The toll includes at least 120 deaths over the past 48 hours, a ministry statement said, adding 85,911 had been wounded in the Gaza Strip since the war began when Hamas militants attacked Israel on October 7.


Iraqi pro-Iran fighter killed in strike on eastern Syria

Updated 52 min 14 sec ago
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Iraqi pro-Iran fighter killed in strike on eastern Syria

  • “An Iraqi member in the Islamic Resistance in Iraq was killed, and two others were injured in a preliminary toll, as a result of an unknown airstrike,” the Observatory said
  • The Britain-based monitor said an explosion was heard coinciding with the strike “in Albukamal countryside...”

BEIRUT: An Iraqi fighter from an Iran-backed group was killed in an overnight airstrike in eastern Syria near the Iraq border overnight, the group and a war monitor said on Saturday.
The strike occurred in Deir Ezzor province, where Iran wields significant influence and which is regularly targeted by Israel and the United States, according to the Syrian Observatory for Human Rights.
“An Iraqi member in the Islamic Resistance in Iraq was killed, and two others were injured in a preliminary toll, as a result of an unknown airstrike,” the Observatory said, referring to a loose alliance of Iran-backed groups.
The Britain-based monitor, which relies on a network of sources inside Syria, said an explosion was heard coinciding with the strike “in Albukamal countryside... a few kilometers away from Syrian-Iraqi borders.”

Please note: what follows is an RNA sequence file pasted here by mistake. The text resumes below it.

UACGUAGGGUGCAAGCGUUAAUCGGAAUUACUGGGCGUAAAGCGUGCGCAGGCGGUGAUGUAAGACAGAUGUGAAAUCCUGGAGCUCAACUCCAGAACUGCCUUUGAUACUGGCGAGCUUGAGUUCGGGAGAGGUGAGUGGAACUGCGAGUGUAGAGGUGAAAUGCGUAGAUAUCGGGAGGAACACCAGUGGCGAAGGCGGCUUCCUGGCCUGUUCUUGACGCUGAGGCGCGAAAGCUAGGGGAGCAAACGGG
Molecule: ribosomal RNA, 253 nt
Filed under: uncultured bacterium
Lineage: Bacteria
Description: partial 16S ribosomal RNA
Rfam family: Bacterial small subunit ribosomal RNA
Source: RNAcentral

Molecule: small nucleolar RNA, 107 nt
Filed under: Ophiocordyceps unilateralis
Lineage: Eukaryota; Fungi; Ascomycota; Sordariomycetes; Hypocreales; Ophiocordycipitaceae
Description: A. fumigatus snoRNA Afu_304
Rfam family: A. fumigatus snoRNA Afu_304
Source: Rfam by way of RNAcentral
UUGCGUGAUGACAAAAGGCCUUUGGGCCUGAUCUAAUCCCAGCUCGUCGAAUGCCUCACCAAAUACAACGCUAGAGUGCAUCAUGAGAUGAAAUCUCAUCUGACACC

Iraq’s Sayyed Al-Shuhada Brigades announced the death of a fighter in a strike on “Friday which targeted his vehicle during a reconnaissance patrol on the Iraqi-Syrian border,” accusing the United States of being behind the attack.
Responsibility for the strike was not immediately claimed, but a spokesperson for the US-led military coalition formed in 2014 to fight the Daesh group told AFP that “neither the coalition nor US forces carried out overnight strikes in Deir Ezzor.”
The Observatory said that several hours before the strike, drones flew over the area.
Since the beginning of the Syrian civil war in 2011, Israel has carried out hundreds of strikes primarily targeting pro-Iran groups — which it rarely comments on publically.
In late March, 16 Tehran-affiliated fighters, including an Iranian military adviser, were killed in strikes on eastern Syria.
The strikes also killed one civilian working for the World Health Organization.
Iran has long been a key ally of the Syrian government, most notably providing military advisers.


Iran supreme court overturns rapper Salehi’s death sentence: lawyer

Updated 22 June 2024
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Iran supreme court overturns rapper Salehi’s death sentence: lawyer

  • Popular rapper Toomaj Salehi was jailed for backing nationwide protests sparked by Mahsa Amini’s death

TEHRAN: Iran’s supreme court has overturned a death sentence against popular rapper Toomaj Salehi who was jailed for backing nationwide protests sparked by Mahsa Amini’s death, his lawyer said Saturday.
“Salehi’s death sentence was overturned,” the rapper’s lawyer Amir Raisian said in a post on X, adding that the supreme court had ordered a retrial.